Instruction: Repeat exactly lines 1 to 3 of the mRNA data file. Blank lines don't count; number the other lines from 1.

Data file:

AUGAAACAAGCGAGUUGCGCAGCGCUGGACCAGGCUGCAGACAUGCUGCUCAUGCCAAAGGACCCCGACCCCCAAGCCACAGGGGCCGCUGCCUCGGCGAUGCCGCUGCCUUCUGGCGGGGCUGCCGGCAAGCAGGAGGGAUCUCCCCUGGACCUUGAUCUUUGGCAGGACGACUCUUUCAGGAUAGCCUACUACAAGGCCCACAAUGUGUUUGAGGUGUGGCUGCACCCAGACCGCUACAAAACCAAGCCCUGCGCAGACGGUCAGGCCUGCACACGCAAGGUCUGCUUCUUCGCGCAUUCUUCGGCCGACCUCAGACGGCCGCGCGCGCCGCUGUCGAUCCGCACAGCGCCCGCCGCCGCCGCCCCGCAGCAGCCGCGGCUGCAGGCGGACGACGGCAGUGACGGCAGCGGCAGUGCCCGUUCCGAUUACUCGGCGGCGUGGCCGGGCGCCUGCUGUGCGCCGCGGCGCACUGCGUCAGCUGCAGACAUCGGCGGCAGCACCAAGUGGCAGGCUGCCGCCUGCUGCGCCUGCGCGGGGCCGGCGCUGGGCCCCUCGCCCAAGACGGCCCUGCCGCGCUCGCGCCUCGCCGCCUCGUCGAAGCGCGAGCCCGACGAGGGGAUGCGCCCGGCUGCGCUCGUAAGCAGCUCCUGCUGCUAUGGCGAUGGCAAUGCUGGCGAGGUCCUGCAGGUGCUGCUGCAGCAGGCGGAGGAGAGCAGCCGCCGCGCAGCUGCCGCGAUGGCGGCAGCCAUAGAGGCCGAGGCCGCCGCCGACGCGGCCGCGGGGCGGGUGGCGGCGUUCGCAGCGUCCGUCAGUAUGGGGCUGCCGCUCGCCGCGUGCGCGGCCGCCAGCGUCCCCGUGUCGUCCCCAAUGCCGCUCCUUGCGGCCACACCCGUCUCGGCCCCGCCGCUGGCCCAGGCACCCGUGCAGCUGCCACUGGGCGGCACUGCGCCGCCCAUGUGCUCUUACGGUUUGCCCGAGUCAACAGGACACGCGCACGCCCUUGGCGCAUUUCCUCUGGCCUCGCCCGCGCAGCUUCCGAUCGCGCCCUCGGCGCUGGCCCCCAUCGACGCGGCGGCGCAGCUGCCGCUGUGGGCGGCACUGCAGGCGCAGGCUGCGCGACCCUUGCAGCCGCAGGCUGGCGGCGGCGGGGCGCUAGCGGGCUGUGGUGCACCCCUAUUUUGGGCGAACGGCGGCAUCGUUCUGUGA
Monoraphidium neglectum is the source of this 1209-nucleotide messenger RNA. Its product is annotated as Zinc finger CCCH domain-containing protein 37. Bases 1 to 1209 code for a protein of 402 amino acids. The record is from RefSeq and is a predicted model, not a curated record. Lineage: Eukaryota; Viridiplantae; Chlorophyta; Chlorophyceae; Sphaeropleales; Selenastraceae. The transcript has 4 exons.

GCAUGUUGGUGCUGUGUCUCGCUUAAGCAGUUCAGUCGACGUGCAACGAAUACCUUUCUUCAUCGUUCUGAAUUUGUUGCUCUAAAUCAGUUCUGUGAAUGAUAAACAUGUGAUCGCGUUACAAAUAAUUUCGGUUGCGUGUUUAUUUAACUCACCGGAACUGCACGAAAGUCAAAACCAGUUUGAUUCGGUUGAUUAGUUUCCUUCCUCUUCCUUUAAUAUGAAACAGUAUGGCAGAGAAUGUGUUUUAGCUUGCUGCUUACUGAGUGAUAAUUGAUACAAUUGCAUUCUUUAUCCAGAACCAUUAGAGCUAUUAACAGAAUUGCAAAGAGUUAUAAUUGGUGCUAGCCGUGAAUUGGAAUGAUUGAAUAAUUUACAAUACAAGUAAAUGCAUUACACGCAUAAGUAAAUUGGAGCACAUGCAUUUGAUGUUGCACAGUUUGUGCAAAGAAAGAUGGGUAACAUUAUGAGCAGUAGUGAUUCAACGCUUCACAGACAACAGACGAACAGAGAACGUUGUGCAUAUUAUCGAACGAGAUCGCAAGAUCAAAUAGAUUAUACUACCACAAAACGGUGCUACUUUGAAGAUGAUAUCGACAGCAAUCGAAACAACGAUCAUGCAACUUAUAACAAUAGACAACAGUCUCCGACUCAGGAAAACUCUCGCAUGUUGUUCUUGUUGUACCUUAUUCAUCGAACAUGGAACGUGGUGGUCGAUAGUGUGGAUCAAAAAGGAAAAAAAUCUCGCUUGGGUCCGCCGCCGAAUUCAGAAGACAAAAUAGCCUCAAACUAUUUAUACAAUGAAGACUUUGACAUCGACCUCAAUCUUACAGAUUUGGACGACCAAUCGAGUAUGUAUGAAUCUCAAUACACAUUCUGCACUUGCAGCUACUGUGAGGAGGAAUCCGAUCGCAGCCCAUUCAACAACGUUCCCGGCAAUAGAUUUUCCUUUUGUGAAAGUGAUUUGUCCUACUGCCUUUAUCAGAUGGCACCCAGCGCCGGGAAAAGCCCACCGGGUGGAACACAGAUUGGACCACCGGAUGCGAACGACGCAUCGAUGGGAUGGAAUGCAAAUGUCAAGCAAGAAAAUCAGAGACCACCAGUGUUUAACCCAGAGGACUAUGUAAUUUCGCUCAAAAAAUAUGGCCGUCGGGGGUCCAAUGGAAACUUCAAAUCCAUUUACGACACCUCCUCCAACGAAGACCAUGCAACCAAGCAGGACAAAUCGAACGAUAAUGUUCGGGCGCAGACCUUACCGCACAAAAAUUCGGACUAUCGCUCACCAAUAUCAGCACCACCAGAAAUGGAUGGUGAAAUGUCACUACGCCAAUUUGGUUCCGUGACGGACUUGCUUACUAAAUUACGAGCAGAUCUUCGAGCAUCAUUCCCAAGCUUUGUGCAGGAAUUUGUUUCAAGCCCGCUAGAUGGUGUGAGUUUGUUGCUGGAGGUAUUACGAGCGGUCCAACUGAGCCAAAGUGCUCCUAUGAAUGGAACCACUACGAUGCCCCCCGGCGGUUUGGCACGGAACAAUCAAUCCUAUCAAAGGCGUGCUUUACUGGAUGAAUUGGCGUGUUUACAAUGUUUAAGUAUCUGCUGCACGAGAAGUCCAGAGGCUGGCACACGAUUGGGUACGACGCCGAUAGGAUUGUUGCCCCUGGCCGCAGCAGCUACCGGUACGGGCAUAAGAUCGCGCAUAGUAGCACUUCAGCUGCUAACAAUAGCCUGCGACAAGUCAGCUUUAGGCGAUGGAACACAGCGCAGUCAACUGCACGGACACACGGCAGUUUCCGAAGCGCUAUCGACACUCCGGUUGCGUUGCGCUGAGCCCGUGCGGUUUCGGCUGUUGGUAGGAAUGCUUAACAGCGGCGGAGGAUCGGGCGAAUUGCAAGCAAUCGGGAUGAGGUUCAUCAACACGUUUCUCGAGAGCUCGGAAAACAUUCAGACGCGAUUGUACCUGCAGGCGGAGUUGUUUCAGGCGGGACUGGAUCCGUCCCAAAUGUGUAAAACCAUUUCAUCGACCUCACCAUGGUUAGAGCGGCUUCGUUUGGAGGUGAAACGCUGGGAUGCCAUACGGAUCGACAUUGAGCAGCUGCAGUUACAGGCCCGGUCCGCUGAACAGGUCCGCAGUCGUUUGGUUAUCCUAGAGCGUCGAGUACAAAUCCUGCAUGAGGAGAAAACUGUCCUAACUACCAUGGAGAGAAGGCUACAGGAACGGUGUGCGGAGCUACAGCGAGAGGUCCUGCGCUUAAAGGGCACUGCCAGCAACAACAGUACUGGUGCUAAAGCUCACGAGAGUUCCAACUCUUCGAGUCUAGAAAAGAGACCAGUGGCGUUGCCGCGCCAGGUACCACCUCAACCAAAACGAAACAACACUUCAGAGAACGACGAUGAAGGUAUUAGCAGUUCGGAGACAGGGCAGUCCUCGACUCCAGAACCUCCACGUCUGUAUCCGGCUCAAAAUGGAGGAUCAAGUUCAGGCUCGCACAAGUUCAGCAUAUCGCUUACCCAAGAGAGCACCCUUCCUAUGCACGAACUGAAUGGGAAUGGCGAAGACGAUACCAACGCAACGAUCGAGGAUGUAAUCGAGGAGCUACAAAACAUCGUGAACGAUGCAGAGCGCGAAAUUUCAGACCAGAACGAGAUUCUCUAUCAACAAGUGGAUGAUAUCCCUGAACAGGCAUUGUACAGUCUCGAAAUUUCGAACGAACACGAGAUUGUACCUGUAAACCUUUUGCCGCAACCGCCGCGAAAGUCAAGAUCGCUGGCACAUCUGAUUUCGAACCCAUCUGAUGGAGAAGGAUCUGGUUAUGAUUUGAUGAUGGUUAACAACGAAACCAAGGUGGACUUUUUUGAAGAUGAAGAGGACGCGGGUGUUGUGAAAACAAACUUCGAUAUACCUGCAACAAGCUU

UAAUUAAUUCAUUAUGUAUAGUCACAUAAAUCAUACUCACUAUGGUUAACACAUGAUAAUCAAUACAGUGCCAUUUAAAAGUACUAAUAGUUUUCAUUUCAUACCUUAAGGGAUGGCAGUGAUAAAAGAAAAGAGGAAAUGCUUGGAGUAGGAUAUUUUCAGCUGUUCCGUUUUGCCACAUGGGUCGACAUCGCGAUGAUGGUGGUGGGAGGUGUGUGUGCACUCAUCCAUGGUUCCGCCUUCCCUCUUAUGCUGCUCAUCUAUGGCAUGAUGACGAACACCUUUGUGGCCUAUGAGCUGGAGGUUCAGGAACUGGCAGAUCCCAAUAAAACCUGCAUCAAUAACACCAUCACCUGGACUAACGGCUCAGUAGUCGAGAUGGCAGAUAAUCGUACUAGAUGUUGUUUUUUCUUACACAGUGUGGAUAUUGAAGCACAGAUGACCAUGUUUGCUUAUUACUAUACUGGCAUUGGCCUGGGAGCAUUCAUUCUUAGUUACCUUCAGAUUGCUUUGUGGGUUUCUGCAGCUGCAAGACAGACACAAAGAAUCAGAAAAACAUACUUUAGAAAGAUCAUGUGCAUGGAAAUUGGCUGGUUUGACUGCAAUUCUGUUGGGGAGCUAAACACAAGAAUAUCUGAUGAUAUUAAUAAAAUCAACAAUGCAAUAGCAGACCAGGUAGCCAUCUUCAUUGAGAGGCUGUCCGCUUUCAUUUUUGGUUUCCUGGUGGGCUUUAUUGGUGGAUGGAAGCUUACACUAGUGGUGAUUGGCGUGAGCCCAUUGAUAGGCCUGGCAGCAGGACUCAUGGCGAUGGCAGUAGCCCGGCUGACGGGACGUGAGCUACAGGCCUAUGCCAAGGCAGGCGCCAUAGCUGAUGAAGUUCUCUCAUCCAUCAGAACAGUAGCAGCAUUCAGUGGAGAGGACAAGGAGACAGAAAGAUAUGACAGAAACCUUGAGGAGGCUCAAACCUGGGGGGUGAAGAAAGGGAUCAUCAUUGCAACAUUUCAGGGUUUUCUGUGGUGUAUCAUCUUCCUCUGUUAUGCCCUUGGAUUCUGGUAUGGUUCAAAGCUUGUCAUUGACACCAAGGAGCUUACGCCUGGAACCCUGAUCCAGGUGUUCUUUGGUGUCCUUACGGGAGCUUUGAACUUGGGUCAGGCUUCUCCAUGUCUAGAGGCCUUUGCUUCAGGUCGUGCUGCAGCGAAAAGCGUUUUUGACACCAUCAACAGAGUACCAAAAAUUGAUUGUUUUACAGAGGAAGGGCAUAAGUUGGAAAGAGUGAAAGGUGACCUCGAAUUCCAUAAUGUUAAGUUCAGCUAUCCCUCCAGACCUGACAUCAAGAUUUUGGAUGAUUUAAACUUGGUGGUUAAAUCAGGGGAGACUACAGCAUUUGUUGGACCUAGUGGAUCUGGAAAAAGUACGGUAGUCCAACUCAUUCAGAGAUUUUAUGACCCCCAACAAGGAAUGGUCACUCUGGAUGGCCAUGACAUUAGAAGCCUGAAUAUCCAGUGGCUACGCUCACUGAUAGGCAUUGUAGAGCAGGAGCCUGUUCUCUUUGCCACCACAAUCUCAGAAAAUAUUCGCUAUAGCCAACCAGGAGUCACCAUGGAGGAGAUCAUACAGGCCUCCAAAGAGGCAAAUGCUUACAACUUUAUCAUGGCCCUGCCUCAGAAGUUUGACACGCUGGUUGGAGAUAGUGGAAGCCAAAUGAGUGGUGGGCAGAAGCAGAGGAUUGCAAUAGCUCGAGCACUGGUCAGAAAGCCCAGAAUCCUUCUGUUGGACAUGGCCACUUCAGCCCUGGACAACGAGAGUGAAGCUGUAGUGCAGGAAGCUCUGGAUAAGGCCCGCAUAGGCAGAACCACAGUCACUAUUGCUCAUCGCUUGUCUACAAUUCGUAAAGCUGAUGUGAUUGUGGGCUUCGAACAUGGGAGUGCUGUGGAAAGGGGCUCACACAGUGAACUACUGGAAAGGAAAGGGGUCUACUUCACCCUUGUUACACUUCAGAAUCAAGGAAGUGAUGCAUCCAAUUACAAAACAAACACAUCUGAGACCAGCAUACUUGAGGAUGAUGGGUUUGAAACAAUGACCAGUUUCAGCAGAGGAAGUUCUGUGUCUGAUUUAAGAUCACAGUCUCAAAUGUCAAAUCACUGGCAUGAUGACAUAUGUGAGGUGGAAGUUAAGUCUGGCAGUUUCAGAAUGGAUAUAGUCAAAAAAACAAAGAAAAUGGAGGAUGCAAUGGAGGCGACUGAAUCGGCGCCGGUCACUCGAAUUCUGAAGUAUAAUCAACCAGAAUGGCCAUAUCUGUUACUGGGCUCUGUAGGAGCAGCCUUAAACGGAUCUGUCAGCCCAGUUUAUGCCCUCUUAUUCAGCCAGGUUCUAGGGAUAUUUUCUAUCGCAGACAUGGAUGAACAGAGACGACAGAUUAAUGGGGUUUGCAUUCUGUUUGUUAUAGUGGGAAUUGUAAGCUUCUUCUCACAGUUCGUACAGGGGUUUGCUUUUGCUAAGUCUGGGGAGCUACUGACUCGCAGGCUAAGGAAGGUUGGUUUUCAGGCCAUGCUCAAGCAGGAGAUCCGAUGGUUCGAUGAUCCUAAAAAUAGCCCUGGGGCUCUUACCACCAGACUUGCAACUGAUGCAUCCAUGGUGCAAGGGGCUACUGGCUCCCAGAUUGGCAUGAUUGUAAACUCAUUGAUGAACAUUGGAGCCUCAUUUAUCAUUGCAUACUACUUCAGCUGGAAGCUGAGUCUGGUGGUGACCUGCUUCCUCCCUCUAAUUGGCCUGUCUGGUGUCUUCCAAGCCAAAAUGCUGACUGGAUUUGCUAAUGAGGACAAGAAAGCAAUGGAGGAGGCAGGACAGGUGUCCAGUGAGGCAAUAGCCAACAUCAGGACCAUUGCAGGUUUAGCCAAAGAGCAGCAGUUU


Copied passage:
AUGAAACAAGCGAGUUGCGCAGCGCUGGACCAGGCUGCAGACAUGCUGCUCAUGCCAAAGGACCCCGACCCCCAAGCCACAGGGGCCGCUGCCUCGGCGAUGCCGCUGCCUUCUGGCGGGGCUGCCGGCAAGCAGGAGGGAUCUCCCCUGGACCUUGAUCUUUGGCAGGACGACUCUUUCAGGAUAGCCUACUACAAGGCCCACAAUGUGUUUGAGGUGUGGCUGCACCCAGACCGCUACAAAACCAAGCCCUGCGCAGACGGUCAGGCCUGCACACGCAAGGUCUGCUUCUUCGCGCAUUCUUCGGCCGACCUCAGACGGCCGCGCGCGCCGCUGUCGAUCCGCACAGCGCCCGCCGCCGCCGCCCCGCAGCAGCCGCGGCUGCAGGCGGACGACGGCAGUGACGGCAGCGGCAGUGCCCGUUCCGAUUACUCGGCGGCGUGGCCGGGCGCCUGCUGUGCGCCGCGGCGCACUGCGUCAGCUGCAGACAUCGGCGGCAGCACCAAGUGGCAGGCUGCCGCCUGCUGCGCCUGCGCGGGGCCGGCGCUGGGCCCCUCGCCCAAGACGGCCCUGCCGCGCUCGCGCCUCGCCGCCUCGUCGAAGCGCGAGCCCGACGAGGGGAUGCGCCCGGCUGCGCUCGUAAGCAGCUCCUGCUGCUAUGGCGAUGGCAAUGCUGGCGAGGUCCUGCAGGUGCUGCUGCAGCAGGCGGAGGAGAGCAGCCGCCGCGCAGCUGCCGCGAUGGCGGCAGCCAUAGAGGCCGAGGCCGCCGCCGACGCGGCCGCGGGGCGGGUGGCGGCGUUCGCAGCGUCCGUCAGUAUGGGGCUGCCGCUCGCCGCGUGCGCGGCCGCCAGCGUCCCCGUGUCGUCCCCAAUGCCGCUCCUUGCGGCCACACCCGUCUCGGCCCCGCCGCUGGCCCAGGCACCCGUGCAGCUGCCACUGGGCGGCACUGCGCCGCCCAUGUGCUCUUACGGUUUGCCCGAGUCAACAGGACACGCGCACGCCCUUGGCGCAUUUCCUCUGGCCUCGCCCGCGCAGCUUCCGAUCGCGCCCUCGGCGCUGGCCCCCAUCGACGCGGCGGCGCAGCUGCCGCUGUGGGCGGCACUGCAGGCGCAGGCUGCGCGACCCUUGCAGCCGCAGGCUGGCGGCGGCGGGGCGCUAGCGGGCUGUGGUGCACCCCUAUUUUGGGCGAACGGCGGCAUCGUUCUGUGA
Monoraphidium neglectum is the source of this 1209-nucleotide messenger RNA. Its product is annotated as Zinc finger CCCH domain-containing protein 37. Bases 1 to 1209 code for a protein of 402 amino acids. The record is from RefSeq and is a predicted model, not a curated record. Lineage: Eukaryota; Viridiplantae; Chlorophyta; Chlorophyceae; Sphaeropleales; Selenastraceae. The transcript has 4 exons.

GCAUGUUGGUGCUGUGUCUCGCUUAAGCAGUUCAGUCGACGUGCAACGAAUACCUUUCUUCAUCGUUCUGAAUUUGUUGCUCUAAAUCAGUUCUGUGAAUGAUAAACAUGUGAUCGCGUUACAAAUAAUUUCGGUUGCGUGUUUAUUUAACUCACCGGAACUGCACGAAAGUCAAAACCAGUUUGAUUCGGUUGAUUAGUUUCCUUCCUCUUCCUUUAAUAUGAAACAGUAUGGCAGAGAAUGUGUUUUAGCUUGCUGCUUACUGAGUGAUAAUUGAUACAAUUGCAUUCUUUAUCCAGAACCAUUAGAGCUAUUAACAGAAUUGCAAAGAGUUAUAAUUGGUGCUAGCCGUGAAUUGGAAUGAUUGAAUAAUUUACAAUACAAGUAAAUGCAUUACACGCAUAAGUAAAUUGGAGCACAUGCAUUUGAUGUUGCACAGUUUGUGCAAAGAAAGAUGGGUAACAUUAUGAGCAGUAGUGAUUCAACGCUUCACAGACAACAGACGAACAGAGAACGUUGUGCAUAUUAUCGAACGAGAUCGCAAGAUCAAAUAGAUUAUACUACCACAAAACGGUGCUACUUUGAAGAUGAUAUCGACAGCAAUCGAAACAACGAUCAUGCAACUUAUAACAAUAGACAACAGUCUCCGACUCAGGAAAACUCUCGCAUGUUGUUCUUGUUGUACCUUAUUCAUCGAACAUGGAACGUGGUGGUCGAUAGUGUGGAUCAAAAAGGAAAAAAAUCUCGCUUGGGUCCGCCGCCGAAUUCAGAAGACAAAAUAGCCUCAAACUAUUUAUACAAUGAAGACUUUGACAUCGACCUCAAUCUUACAGAUUUGGACGACCAAUCGAGUAUGUAUGAAUCUCAAUACACAUUCUGCACUUGCAGCUACUGUGAGGAGGAAUCCGAUCGCAGCCCAUUCAACAACGUUCCCGGCAAUAGAUUUUCCUUUUGUGAAAGUGAUUUGUCCUACUGCCUUUAUCAGAUGGCACCCAGCGCCGGGAAAAGCCCACCGGGUGGAACACAGAUUGGACCACCGGAUGCGAACGACGCAUCGAUGGGAUGGAAUGCAAAUGUCAAGCAAGAAAAUCAGAGACCACCAGUGUUUAACCCAGAGGACUAUGUAAUUUCGCUCAAAAAAUAUGGCCGUCGGGGGUCCAAUGGAAACUUCAAAUCCAUUUACGACACCUCCUCCAACGAAGACCAUGCAACCAAGCAGGACAAAUCGAACGAUAAUGUUCGGGCGCAGACCUUACCGCACAAAAAUUCGGACUAUCGCUCACCAAUAUCAGCACCACCAGAAAUGGAUGGUGAAAUGUCACUACGCCAAUUUGGUUCCGUGACGGACUUGCUUACUAAAUUACGAGCAGAUCUUCGAGCAUCAUUCCCAAGCUUUGUGCAGGAAUUUGUUUCAAGCCCGCUAGAUGGUGUGAGUUUGUUGCUGGAGGUAUUACGAGCGGUCCAACUGAGCCAAAGUGCUCCUAUGAAUGGAACCACUACGAUGCCCCCCGGCGGUUUGGCACGGAACAAUCAAUCCUAUCAAAGGCGUGCUUUACUGGAUGAAUUGGCGUGUUUACAAUGUUUAAGUAUCUGCUGCACGAGAAGUCCAGAGGCUGGCACACGAUUGGGUACGACGCCGAUAGGAUUGUUGCCCCUGGCCGCAGCAGCUACCGGUACGGGCAUAAGAUCGCGCAUAGUAGCACUUCAGCUGCUAACAAUAGCCUGCGACAAGUCAGCUUUAGGCGAUGGAACACAGCGCAGUCAACUGCACGGACACACGGCAGUUUCCGAAGCGCUAUCGACACUCCGGUUGCGUUGCGCUGAGCCCGUGCGGUUUCGGCUGUUGGUAGGAAUGCUUAACAGCGGCGGAGGAUCGGGCGAAUUGCAAGCAAUCGGGAUGAGGUUCAUCAACACGUUUCUCGAGAGCUCGGAAAACAUUCAGACGCGAUUGUACCUGCAGGCGGAGUUGUUUCAGGCGGGACUGGAUCCGUCCCAAAUGUGUAAAACCAUUUCAUCGACCUCACCAUGGUUAGAGCGGCUUCGUUUGGAGGUGAAACGCUGGGAUGCCAUACGGAUCGACAUUGAGCAGCUGCAGUUACAGGCCCGGUCCGCUGAACAGGUCCGCAGUCGUUUGGUUAUCCUAGAGCGUCGAGUACAAAUCCUGCAUGAGGAGAAAACUGUCCUAACUACCAUGGAGAGAAGGCUACAGGAACGGUGUGCGGAGCUACAGCGAGAGGUCCUGCGCUUAAAGGGCACUGCCAGCAACAACAGUACUGGUGCUAAAGCUCACGAGAGUUCCAACUCUUCGAGUCUAGAAAAGAGACCAGUGGCGUUGCCGCGCCAGGUACCACCUCAACCAAAACGAAACAACACUUCAGAGAACGACGAUGAAGGUAUUAGCAGUUCGGAGACAGGGCAGUCCUCGACUCCAGAACCUCCACGUCUGUAUCCGGCUCAAAAUGGAGGAUCAAGUUCAGGCUCGCACAAGUUCAGCAUAUCGCUUACCCAAGAGAGCACCCUUCCUAUGCACGAACUGAAUGGGAAUGGCGAAGACGAUACCAACGCAACGAUCGAGGAUGUAAUCGAGGAGCUACAAAACAUCGUGAACGAUGCAGAGCGCGAAAUUUCAGACCAGAACGAGAUUCUCUAUCAACAAGUGGAUGAUAUCCCUGAACAGGCAUUGUACAGUCUCGAAAUUUCGAACGAACACGAGAUUGUACCUGUAAACCUUUUGCCGCAACCGCCGCGAAAGUCAAGAUCGCUGGCACAUCUGAUUUCGAACCCAUCUGAUGGAGAAGGAUCUGGUUAUGAUUUGAUGAUGGUUAACAACGAAACCAAGGUGGACUUUUUUGAAGAUGAAGAGGACGCGGGUGUUGUGAAAACAAACUUCGAUAUACCUGCAACAAGCUU